Siemens presents three-point plan for implementing cost-efficient energy transition in Germany
Bombardier showing TRAXX AC Last Mile Locomotive

E.ON power-to-gas unit injects hydrogen into natural gas system for first time

A power-to-gas (P2G) unit installed by E.ON in Falkenhagen in eastern Germany (earlier post) injected hydrogen into the natural gas system last week for the first time as part of a function test. During the test, which lasted three hours, the unit produced 160 cubic meters of hydrogen, which was injected into the gas pipeline system.

It marks the first time E.ON has successfully implemented all stages of the process, from receiving electricity to injecting hydrogen.

The P2G unit receives its power from a nearby wind farm. The power runs electrolysis equipment that transforms water into hydrogen which is injected into the regional gas transmission system. The hydrogen becomes part of the natural gas mix and can be used to generate power or heat.

The P2G system—like Audi’s eGas project (earlier post)—uses renewable electricity to produce hydrogen via electrolysis. The hydrogen can be used directly, or combined with CO2 in a methanation process to create synthetic methane. Source: E.ON. Click to enlarge.

The P2G unit is scheduled to enter service in late August. Once operational, it will use surplus renewable-source electricity to produce about 360 cubic meters (32.4 kg) of hydrogen per hour. It will therefore harness renewable-source electricity that otherwise could not be fed into the grid. The region’s wind farms already frequently produce more electricity than the local grid can handle.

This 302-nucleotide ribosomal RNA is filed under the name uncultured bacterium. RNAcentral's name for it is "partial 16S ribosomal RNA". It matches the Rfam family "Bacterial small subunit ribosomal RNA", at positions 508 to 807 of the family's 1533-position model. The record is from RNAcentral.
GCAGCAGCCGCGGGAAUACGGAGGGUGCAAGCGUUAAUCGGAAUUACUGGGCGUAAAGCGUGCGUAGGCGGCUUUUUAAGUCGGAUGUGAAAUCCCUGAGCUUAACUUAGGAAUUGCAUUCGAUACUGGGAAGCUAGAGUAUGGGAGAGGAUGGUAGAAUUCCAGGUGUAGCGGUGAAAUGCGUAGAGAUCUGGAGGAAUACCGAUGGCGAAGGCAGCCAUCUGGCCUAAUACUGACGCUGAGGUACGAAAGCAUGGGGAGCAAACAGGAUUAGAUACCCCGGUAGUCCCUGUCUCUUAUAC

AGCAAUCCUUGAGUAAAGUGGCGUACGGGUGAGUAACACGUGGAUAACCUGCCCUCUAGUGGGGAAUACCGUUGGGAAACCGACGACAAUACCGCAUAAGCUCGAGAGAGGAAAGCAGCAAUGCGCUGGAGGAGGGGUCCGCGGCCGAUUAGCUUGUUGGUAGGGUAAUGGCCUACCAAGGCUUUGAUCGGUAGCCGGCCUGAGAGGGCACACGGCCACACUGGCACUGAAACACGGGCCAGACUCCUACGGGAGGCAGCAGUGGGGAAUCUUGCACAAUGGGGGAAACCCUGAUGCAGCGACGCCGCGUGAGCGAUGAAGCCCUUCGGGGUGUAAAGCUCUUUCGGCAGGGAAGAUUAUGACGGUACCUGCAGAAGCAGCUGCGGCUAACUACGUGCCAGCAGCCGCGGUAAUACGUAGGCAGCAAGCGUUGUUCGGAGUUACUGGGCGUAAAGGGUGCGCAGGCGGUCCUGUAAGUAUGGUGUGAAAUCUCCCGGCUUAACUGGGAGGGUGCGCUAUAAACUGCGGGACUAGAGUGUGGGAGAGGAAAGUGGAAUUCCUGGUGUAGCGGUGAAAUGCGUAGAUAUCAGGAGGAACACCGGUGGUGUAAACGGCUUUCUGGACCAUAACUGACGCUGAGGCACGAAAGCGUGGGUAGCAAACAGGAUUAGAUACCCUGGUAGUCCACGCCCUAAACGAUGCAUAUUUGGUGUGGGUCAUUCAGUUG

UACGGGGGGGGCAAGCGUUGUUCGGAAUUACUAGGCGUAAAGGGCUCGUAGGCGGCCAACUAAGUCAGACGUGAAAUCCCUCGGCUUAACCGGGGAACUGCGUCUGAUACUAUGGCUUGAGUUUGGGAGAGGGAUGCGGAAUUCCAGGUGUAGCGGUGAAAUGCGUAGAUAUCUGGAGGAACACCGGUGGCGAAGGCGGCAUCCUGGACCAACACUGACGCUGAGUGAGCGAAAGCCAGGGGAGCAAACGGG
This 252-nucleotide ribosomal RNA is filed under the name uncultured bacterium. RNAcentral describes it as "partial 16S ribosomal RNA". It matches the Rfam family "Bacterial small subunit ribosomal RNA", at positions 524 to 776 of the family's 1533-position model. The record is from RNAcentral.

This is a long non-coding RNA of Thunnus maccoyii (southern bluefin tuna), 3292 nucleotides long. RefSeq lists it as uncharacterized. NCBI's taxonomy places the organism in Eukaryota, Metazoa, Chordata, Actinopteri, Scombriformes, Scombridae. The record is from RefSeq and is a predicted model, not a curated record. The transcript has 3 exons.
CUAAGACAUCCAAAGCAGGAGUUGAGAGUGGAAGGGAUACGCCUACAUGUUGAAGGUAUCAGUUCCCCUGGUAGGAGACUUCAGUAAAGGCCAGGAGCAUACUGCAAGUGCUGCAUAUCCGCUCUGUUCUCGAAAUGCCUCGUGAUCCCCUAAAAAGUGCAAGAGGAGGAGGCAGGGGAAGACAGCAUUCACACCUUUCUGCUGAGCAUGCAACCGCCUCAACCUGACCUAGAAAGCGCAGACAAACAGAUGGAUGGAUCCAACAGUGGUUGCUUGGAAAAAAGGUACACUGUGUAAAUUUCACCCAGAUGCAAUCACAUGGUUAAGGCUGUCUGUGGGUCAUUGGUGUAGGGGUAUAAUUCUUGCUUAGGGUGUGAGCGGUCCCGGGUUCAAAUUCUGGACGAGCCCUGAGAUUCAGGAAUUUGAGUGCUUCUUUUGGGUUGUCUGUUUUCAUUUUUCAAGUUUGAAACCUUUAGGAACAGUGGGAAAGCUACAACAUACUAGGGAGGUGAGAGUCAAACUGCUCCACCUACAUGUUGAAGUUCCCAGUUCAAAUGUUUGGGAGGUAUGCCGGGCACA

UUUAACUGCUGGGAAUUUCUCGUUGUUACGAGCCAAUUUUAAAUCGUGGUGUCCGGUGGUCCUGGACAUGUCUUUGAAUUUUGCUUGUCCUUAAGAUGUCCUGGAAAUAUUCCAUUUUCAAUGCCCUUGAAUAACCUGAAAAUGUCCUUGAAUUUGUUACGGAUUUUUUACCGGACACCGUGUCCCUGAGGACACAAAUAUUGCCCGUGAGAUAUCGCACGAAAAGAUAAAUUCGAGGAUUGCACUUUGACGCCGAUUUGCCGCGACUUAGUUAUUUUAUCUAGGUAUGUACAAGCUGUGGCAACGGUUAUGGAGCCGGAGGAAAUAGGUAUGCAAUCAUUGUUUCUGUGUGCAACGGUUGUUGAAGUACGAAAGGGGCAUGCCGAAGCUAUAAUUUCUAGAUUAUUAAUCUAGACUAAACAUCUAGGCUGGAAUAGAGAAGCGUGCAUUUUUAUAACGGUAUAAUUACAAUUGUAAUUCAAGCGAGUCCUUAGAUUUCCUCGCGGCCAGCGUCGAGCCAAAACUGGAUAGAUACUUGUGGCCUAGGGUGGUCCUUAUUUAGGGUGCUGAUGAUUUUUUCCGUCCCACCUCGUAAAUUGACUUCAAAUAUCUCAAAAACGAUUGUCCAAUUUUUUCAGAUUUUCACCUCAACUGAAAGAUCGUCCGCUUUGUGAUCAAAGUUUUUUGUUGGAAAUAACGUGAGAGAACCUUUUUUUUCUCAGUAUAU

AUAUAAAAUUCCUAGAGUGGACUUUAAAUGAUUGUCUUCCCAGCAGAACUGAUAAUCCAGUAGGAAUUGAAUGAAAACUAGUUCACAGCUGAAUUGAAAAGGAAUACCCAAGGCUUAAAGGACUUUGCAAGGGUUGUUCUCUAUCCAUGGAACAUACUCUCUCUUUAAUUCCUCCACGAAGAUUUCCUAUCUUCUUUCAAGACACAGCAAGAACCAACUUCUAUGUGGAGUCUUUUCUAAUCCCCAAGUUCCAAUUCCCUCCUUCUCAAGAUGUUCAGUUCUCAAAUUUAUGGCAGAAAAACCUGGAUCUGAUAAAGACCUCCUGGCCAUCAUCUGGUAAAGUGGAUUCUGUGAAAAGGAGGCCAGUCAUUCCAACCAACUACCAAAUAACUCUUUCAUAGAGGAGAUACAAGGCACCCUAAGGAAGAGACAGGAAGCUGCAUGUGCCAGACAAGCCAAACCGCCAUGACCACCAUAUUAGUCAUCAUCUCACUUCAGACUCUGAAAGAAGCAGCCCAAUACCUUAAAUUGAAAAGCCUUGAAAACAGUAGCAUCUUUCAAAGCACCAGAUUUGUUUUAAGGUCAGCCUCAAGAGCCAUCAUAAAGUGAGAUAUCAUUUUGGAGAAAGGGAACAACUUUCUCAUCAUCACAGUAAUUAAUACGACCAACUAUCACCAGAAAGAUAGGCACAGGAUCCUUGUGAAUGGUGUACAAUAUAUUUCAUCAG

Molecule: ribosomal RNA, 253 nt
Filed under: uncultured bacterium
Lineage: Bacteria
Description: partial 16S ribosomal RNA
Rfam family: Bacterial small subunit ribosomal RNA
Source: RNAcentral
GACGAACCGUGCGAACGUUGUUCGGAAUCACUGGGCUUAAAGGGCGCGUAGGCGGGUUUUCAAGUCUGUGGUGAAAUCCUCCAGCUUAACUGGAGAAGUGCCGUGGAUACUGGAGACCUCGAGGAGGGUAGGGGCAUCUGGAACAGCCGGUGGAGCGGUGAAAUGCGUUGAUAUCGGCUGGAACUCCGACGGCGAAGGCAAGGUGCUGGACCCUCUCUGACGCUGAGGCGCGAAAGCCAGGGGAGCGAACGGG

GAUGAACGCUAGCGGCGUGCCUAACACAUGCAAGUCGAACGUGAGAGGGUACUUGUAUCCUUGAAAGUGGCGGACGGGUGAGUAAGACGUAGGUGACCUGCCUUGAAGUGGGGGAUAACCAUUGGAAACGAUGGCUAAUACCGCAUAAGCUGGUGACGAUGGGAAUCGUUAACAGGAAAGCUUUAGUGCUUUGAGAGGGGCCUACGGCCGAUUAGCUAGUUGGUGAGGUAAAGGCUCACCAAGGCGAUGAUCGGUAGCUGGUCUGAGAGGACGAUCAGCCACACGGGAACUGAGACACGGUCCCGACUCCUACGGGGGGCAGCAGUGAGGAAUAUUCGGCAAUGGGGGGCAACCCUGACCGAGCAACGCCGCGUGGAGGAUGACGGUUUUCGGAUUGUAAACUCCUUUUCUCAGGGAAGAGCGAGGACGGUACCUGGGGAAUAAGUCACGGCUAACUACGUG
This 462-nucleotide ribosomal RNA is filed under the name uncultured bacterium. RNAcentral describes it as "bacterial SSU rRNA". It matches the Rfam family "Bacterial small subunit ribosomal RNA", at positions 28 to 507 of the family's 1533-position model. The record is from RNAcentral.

E.ON installed the unit in Falkenhagen because the location is ideal. The region has a high output of wind power, the necessary power and gas infrastructure is already on hand, and E.ON has a control center there.



This will work great as long as they can get wind-power virtually free.

I am not sure what they will do with these units when modern and cost-effective grid-storage equipment becomes available.

Since current P2G seemingly has horrible efficiency (starting with water splitting at 20-30% efficiency), a 75-85% grid-battery (Durathon, EOS) will beat this in efficiency many times over.


Watter spliting 30% efficient and then you have generate power again at 50% efficiency. What is left - 15%. Good business wasting energy.


Excess wind-solar energy is clean and free. Using it instead of 'flaring it' like Oilcos do with excess NG is a smart common sense idea.

Secondly, NG + Hydrogen burn cleaner.


What do you want to bet that the wind producers love this idea because they can get the FIT rate for more wind, only pay the electrolyzer the wholesale rate (which can be less than zero during surpluses), and soak the consumer for the difference?


That is called good business dealing, i.e. maximize profits from consumers?


I'd call it a rigged "market" and self-dealing.


@ Darius
Alkaline hydrogen electrolyser delivers hydrogen at 15 barg g using 4.9 kWh per Nm3 of H2. With HHV of H2 at 39 kWh/kg and density 0.09 g/L this gives 3.5 kWh/m3
That is 70% efficiency.

The comments to this entry are closed.